BERMAN: Sounds like we're pretty much there though. So in the next day or two we could hear something.

David Soucie, always great to have you here. Really appreciate it.

Chris.

CUOMO: J.B., thank you very much.

We're going to take a quick break here on NEW DAY. When we come back, inside the life of a paparazzo. Our "Inside Man," Morgan Spurlock, shows us what it's like to feed off the famous. (COMMERCIAL BREAK)

(BEGIN VIDEO CLIP)

UNIDENTIFIED MALE: There you go, just lean out.

UNIDENTIFIED MALE: Cool. How was that?

UNIDENTIFIED MALE: Pretty good.

(END VIDEO CLIP)

CUOMO: Bottom-feeding vermin.

No, no, no, that's a look at CNN's "INSIDE MAN", which returns to television this Sunday. Host Morgan Spurlock spends the first episode of season two getting inside the world of paparazzi.

BOLDUAN: Welcome. We're big on people throwing shoes today. Feel free to throw one at him.

(CROSSTALK)

MORGAN SPURLOCK, CNN HOST: (inaudible) to the end.

CUOMO: What was it like?

SPURLOCK: You know, it's one of those things where you get one idea, people tell you what to expect.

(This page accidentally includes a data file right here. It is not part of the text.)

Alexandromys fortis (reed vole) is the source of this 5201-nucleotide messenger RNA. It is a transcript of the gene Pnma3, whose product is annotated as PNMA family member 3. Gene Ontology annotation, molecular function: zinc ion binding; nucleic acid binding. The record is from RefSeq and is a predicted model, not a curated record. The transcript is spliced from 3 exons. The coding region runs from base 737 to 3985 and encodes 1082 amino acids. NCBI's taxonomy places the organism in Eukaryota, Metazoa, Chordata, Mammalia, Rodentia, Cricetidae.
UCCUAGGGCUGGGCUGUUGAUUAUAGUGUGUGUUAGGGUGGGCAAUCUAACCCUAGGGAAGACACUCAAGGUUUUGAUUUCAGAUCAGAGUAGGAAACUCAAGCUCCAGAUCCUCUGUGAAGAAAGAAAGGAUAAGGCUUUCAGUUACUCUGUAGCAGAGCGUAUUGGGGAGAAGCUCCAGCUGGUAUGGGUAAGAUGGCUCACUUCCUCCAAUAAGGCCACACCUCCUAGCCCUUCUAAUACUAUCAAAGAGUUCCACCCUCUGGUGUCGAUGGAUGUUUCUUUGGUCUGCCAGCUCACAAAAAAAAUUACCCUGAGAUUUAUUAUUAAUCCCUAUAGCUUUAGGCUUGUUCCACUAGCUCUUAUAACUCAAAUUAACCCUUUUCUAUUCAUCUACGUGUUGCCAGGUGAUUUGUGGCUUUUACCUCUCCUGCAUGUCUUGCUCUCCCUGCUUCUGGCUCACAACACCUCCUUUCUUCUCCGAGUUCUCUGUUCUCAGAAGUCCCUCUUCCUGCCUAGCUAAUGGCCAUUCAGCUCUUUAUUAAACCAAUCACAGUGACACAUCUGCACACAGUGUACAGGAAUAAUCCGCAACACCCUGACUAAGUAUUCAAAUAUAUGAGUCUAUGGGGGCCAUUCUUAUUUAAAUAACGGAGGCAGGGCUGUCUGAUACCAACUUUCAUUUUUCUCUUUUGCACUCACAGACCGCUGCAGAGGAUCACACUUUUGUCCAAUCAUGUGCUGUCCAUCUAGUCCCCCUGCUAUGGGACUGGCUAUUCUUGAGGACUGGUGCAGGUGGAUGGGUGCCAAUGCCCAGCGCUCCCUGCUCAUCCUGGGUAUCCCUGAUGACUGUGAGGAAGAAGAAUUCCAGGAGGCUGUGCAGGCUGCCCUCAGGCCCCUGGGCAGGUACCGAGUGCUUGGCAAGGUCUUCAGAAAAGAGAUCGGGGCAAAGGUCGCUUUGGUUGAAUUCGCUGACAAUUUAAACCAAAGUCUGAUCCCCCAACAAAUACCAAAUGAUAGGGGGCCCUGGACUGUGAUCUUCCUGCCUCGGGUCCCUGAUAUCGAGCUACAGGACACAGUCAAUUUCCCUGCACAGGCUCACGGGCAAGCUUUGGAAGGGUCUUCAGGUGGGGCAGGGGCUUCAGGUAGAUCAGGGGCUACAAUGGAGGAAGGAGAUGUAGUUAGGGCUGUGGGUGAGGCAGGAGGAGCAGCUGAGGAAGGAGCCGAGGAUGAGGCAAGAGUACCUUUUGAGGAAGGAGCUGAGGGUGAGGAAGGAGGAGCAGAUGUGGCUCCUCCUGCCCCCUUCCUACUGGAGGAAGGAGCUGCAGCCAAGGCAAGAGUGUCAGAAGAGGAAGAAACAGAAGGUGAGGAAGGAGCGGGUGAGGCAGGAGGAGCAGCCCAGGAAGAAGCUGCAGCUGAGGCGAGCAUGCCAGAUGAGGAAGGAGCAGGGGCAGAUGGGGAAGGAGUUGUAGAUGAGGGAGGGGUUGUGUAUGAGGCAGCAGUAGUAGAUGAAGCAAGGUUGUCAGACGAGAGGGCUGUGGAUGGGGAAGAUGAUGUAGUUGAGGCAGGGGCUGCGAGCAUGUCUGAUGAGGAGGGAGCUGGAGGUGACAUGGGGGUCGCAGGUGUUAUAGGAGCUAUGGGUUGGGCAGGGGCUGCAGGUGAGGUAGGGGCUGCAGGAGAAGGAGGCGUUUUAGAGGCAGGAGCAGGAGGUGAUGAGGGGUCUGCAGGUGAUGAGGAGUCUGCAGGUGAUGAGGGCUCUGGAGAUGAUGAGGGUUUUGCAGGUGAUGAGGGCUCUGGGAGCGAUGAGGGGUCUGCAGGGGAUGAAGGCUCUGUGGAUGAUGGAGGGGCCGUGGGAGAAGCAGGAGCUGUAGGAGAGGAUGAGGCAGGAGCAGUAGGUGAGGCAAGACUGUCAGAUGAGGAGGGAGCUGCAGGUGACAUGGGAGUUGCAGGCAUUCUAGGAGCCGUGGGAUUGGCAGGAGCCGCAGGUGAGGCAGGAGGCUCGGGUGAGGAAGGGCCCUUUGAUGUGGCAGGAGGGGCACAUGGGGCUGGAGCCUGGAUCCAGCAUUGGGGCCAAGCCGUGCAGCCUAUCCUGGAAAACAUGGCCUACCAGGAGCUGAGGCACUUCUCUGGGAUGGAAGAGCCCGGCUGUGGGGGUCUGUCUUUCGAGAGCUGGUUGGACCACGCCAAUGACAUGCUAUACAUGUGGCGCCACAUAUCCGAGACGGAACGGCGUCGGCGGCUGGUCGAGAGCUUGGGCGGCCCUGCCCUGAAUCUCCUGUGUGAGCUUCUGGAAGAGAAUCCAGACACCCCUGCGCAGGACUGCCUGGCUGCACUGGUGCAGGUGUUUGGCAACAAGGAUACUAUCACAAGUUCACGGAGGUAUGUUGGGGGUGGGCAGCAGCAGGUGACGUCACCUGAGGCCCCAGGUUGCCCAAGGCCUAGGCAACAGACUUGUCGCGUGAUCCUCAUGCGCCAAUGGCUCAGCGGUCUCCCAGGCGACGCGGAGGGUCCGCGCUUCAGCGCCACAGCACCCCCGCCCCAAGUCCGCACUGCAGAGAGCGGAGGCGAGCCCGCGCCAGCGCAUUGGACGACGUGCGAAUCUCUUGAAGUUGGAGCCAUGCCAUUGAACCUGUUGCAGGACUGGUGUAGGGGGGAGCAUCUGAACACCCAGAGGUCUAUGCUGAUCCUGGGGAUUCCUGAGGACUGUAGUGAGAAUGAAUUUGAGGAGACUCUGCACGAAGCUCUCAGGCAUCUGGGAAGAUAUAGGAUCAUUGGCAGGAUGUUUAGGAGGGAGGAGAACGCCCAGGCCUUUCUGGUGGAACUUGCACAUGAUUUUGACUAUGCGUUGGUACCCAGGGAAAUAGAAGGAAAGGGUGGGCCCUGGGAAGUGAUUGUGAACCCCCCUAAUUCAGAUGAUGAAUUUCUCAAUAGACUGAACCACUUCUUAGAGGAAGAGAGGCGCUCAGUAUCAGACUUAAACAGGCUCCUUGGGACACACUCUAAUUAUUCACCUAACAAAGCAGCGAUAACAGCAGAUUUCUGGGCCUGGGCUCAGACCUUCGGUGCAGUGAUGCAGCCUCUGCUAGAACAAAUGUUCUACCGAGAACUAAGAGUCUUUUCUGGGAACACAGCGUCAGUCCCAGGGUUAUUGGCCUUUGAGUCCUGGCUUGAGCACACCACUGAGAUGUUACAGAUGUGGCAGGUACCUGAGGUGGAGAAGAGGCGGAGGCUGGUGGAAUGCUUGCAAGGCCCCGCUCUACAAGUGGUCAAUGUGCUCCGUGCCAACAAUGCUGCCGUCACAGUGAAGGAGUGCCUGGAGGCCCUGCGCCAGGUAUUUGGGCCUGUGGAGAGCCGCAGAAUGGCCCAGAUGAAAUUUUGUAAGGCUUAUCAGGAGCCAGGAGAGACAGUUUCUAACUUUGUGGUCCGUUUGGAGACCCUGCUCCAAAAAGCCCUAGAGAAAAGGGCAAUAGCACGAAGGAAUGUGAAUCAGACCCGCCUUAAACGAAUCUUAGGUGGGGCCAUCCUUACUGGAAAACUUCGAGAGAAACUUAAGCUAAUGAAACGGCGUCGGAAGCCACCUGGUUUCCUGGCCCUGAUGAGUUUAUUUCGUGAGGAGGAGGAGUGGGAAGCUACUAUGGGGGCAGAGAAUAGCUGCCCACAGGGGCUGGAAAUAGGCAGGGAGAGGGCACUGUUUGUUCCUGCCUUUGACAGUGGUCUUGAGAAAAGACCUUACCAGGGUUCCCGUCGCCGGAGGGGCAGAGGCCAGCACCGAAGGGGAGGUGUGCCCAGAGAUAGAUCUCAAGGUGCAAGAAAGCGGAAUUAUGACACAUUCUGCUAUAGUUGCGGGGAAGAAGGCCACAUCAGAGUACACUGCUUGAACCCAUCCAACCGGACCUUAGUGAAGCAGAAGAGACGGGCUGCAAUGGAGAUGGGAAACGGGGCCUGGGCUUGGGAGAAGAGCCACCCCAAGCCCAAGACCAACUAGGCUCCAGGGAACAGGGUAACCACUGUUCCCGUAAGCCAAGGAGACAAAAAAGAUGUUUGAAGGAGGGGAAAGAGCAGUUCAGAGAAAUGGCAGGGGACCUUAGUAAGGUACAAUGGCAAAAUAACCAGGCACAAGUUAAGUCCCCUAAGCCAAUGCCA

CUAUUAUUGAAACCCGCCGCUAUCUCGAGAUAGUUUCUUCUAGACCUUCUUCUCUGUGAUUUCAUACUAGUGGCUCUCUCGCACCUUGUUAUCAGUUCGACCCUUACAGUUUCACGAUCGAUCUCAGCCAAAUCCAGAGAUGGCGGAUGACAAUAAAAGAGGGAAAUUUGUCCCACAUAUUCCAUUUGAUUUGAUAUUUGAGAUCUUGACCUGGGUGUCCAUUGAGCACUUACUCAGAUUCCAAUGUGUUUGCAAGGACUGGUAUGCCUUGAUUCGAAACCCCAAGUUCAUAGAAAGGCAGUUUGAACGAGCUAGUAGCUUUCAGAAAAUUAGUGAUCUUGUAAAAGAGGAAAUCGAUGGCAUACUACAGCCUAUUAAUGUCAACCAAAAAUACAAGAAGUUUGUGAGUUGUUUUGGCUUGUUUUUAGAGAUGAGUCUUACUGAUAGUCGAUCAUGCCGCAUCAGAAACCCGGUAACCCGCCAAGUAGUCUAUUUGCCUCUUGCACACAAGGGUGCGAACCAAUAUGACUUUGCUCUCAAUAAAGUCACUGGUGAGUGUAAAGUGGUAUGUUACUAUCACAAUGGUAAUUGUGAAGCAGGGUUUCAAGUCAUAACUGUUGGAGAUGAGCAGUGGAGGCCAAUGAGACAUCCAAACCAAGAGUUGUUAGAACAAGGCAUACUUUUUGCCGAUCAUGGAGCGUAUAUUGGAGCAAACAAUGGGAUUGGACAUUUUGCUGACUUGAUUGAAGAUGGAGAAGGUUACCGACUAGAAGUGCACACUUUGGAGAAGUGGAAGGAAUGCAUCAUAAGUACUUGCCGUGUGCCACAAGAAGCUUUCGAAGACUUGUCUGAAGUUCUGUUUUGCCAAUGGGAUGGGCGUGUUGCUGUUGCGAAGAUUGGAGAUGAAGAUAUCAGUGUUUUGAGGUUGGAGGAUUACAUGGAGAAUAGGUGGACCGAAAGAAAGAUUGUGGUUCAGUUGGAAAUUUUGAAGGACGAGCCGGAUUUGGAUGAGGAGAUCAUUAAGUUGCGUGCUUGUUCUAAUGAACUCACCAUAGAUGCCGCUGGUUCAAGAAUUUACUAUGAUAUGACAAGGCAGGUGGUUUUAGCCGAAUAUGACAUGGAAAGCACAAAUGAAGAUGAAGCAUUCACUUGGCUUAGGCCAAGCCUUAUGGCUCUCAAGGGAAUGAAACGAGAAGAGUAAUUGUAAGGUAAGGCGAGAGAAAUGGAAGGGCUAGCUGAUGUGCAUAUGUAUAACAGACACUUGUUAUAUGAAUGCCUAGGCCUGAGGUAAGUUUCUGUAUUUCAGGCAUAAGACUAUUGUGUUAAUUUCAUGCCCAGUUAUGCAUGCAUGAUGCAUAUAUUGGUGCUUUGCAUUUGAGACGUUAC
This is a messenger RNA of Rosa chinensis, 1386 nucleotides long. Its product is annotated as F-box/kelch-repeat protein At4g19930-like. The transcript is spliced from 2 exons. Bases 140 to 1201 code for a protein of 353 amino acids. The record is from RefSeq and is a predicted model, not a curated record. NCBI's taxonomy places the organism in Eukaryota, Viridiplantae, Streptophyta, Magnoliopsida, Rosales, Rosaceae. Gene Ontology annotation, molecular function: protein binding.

BOLDUAN: Right.

SPURLOCK: And these guys are -- like you said, they're bottom feeders, they're scum bags, they're the dregs of humanity, and they're actually not that terrible, not all of them. You know, there are some of them definitely, but not all of them.

And you start to realize, one, what a hard job it is and I realized what a terrible paparazzo I actually am.

BOLDUAN: Why is it --

SPURLOCK: I have little skill as a photographer.

BOLDUAN: Why is it hard? Some people say all they do is chase celebrities around and just snap some photos. It can't be that difficult.

SPURLOCK: But especially for Giles, like the guy you see me with -- his whole job it seems to be starts just like us photographers. All he does is like drive around all day looking for people doing anything to take pictures of. You better be ready to take a good picture in a second. And if you're not a good photographer like myself --

BOLDUAN: You miss that moment.

SPURLOCK: -- yes, you miss that moment and it's gone.

JOHN BERMAN, CNN HOST: Is the key the actual taking of pictures or is the key being in the right place and waiting. You know, like snipers say it's not necessarily taking the shot, it's the hours and hours you have to wait to get the right shot.

SPURLOCK: Yes, I think it's a combination of both. And what you realize is there are guys who chase that shot. You know, there are guys who will wait to get that one picture.